Is Software Patentable? A Look at How the Patent Office Answers the Question

The landmark U.S. Supreme Court decision of Bilski v. Kappos, 130 S. Ct. 3218, 3225 (2010), failed to provide a clear test for patentable subject matter.  That was over a year-and-a-half ago.  Are there now, I wondered, any trends or rules one could discern from Patent Office practice in the wake of Bilski?  Can an inventor with a software-related invention be given any clear guidance as to whether that invention passes muster under the patent statute?

I reviewed over 150 recent decisions, from June 2010 to the present, addressing appeals of a patent examiner’s rejections to the Patent Office’s Board of Appeals and Interferences.   Bilski may have made obtaining a software patent more difficult, but it is far from impossible.  Consider the numbers:

New grounds of rejection entered:

29%

Affirmed:

55%

Reversed:

21%

Affirmed and Reversed:

5%

In almost 85% of the cases where the Patent Office judges confronted the issue of whether a claim recited patentable subject matter, they decided it did not.  (Note that 5% of the decisions reviewed are double-counted in the “affirmed” and “reversed” categories, which is why the percent column adds up to more than 100.)   This number is both informative and deceptive.  Clearly, following Bilski, software (and so-called business methods) claims are under strict scrutiny.  These claims do not enjoy the easy presumption of patentability they once had.

And yet, let's dive into the numbers.  Most if not all of the patent claims considered in these cases were drafted and appealed before the Supreme Court's Bilski decision (and in some cases even before lower court decisions in that case).  That is, future patent applicants will undoubtedly adjust their claims to address Bilski, which the applicants included in the foregoing statistics did not have the opportunity to do.  Likewise, patent examiners will be more likely to make patentable subject matter rejections in the future, making it more likely that such issues will be resolved before appeal, and less likely that the Board will enter new grounds of rejection that allege on patentable subject matter.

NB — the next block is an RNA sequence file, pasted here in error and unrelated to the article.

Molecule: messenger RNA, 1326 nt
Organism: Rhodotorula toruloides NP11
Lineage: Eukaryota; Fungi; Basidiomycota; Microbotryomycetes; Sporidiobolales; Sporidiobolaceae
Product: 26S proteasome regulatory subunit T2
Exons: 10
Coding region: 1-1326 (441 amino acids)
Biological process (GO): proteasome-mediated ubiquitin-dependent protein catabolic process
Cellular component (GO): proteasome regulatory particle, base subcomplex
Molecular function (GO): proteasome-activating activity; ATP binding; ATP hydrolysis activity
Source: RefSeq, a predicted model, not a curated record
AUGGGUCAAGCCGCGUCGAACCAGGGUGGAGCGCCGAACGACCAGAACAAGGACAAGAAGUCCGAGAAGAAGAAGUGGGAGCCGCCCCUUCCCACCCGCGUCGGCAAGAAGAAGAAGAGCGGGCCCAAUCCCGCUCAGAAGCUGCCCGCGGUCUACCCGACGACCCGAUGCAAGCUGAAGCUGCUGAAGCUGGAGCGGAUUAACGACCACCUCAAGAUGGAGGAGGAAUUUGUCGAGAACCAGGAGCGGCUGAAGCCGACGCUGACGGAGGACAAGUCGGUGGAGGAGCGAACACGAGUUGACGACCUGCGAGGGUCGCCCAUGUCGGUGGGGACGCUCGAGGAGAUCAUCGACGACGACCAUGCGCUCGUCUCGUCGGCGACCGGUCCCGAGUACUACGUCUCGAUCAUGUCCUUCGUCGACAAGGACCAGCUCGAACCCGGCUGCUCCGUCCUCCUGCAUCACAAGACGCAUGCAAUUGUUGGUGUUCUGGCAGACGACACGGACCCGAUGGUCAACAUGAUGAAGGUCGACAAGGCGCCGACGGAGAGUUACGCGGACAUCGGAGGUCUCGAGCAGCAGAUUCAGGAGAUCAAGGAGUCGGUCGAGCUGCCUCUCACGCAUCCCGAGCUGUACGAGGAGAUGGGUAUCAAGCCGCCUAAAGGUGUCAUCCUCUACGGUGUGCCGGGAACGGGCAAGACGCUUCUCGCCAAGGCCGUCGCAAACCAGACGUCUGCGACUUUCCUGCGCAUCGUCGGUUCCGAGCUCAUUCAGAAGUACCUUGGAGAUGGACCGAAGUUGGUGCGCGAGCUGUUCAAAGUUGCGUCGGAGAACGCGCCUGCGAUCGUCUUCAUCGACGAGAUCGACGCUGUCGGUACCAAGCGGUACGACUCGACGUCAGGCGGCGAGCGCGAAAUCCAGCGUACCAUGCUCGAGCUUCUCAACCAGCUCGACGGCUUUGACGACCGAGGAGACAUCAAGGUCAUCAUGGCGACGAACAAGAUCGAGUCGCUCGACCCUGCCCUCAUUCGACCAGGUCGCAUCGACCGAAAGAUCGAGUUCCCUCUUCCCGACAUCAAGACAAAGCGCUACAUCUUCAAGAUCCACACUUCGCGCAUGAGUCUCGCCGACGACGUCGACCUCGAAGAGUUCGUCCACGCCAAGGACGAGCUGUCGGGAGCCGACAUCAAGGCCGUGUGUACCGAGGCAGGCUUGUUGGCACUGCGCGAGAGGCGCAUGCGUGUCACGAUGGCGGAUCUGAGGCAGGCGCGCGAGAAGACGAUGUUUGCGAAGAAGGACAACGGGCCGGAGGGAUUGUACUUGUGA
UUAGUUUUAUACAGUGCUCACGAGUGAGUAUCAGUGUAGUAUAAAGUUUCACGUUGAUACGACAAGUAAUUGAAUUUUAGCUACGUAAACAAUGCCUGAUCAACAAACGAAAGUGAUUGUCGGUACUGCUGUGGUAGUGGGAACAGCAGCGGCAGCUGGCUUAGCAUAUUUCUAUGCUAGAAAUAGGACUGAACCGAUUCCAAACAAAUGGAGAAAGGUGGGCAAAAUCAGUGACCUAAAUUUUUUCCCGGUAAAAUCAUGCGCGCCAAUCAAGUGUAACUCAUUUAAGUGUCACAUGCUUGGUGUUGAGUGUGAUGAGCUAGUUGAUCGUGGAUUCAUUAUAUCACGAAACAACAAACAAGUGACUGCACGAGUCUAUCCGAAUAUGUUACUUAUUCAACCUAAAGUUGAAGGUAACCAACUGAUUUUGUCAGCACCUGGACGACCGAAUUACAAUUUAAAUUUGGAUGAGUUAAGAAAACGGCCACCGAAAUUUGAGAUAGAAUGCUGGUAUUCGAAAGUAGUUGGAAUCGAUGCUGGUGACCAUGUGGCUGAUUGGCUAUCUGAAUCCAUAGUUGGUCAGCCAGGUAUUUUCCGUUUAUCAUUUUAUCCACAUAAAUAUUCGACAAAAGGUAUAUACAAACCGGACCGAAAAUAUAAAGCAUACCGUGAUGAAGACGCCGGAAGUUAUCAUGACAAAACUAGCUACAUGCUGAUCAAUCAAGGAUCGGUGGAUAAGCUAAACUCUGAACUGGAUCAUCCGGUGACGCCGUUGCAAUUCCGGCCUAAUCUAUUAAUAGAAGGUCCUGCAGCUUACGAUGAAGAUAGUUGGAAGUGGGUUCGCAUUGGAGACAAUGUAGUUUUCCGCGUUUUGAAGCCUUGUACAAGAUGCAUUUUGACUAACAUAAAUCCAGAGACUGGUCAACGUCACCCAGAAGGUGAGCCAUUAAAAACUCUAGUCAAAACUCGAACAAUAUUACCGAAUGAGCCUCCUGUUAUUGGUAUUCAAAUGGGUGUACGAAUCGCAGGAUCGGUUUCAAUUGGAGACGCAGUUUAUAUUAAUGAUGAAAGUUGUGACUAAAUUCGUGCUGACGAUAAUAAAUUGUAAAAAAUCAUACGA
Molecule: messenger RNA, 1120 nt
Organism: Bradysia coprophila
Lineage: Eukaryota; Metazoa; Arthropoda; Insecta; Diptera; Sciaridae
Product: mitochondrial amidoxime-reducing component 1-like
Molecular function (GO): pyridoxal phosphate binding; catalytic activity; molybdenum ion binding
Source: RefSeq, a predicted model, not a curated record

Thus, for better or worse, one can only concluded that software patents are alive and even relatively well in the Patent Office.  In a future post, I will examine specific examples of claims accepted or disapproved by the Patent Office in an attempt to further insight into this conclusion.  And in yet another future post we will take a closer look at how software patents have fared with the courts following Bilski.

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